China says prepared to lead global economy if necessary

A top economic adviser insists the president-elect does not want a trade war, just more balance with Beijing; Peter Doocy explains on 'Special Report'


China is prepared to take the helm of the global economy if Western nations abdicate their leadership role, a top Chinese diplomat said Monday, days after U.S. President Donald Trump pledged in his inaugural address to put “America first.”

“If it’s necessary for China to play the role of leader, then China must take on this responsibility,” Zhang Jun, head of the Chinese foreign ministry’s office of international economic affairs, told a small group of foreign reporters in Beijing.

Mr. Zhang made the comments following Chinese President Xi Jinping’s trip last week to the World Economic Forum in Davos, Switzerland, where he delivered a defense of economic globalization in a speech that likened trade protectionism to “locking oneself in a dark room.”

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Many who listened to Mr. Xi’s Davos speech saw it as a rebuke to Western politicians like Mr. Trump, who have pushed for a more inward focus. A stream of commentary in Chinese state media has since sought to portray Mr. Xi as an internationalist and China as the new standard-bearer for free trade.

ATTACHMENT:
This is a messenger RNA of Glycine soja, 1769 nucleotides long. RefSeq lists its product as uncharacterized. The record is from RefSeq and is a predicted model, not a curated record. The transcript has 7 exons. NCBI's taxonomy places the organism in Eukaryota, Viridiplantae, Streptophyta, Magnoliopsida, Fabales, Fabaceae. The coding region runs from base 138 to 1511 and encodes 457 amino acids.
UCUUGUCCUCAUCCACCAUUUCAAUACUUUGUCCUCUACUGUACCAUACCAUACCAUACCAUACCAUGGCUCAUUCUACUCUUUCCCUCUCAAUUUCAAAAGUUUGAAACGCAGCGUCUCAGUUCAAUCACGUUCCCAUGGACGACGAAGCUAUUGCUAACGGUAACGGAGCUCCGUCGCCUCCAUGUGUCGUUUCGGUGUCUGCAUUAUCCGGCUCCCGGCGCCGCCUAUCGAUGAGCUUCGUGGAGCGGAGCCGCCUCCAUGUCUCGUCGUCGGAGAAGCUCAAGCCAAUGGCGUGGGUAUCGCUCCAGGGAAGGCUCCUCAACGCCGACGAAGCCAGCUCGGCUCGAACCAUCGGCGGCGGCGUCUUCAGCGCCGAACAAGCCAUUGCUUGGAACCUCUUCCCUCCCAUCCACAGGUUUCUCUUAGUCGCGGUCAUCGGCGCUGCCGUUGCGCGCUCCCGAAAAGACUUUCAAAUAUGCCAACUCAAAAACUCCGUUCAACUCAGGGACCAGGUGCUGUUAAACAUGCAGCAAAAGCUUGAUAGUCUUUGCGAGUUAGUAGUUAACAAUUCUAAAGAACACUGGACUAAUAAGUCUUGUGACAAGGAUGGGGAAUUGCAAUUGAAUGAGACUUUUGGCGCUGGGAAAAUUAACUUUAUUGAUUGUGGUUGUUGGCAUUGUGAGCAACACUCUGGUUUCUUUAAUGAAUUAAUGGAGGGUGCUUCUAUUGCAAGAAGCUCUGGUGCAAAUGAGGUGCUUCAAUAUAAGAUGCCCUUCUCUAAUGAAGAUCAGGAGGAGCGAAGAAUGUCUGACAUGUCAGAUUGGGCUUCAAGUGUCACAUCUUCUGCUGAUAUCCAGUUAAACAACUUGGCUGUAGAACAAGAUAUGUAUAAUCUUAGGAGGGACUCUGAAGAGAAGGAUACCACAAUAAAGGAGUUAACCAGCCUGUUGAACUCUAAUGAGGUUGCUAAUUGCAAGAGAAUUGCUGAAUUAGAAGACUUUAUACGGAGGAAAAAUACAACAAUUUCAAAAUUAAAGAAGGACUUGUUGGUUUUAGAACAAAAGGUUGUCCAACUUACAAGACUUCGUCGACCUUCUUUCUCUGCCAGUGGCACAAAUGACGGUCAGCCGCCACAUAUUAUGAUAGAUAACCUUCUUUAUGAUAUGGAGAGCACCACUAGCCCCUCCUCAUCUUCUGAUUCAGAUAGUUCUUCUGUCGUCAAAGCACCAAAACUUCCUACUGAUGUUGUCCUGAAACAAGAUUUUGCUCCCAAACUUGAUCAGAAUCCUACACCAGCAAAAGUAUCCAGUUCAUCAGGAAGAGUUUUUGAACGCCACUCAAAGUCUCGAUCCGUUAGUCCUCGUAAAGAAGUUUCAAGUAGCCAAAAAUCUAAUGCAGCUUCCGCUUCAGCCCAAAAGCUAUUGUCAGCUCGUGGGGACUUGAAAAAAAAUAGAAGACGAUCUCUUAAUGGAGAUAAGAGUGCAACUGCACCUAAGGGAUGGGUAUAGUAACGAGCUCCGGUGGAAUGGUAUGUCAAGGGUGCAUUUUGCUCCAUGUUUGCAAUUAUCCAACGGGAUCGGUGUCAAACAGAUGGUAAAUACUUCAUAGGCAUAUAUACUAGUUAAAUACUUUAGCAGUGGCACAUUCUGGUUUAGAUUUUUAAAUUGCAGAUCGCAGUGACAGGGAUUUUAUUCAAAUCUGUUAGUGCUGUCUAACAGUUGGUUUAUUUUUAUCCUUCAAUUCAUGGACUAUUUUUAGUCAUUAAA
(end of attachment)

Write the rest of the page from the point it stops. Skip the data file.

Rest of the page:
China’s Foreign Ministry has been cautious on the subject. But with Mr. Trump painting an especially glum picture of the effects of globalization in his inaugural speech on Friday, Mr. Zhang entertained the idea of China adopting a new global role.

“If people want to say China has taken a position of leadership, it’s not because China suddenly thrust itself forward as a leader. It’s because the original front-runners suddenly fell back and pushed China to the front,” he said.

Mr. Trump on Friday said the U.S. needed to protect its borders “from the ravages of other countries making our products, stealing our companies and destroying our jobs.”

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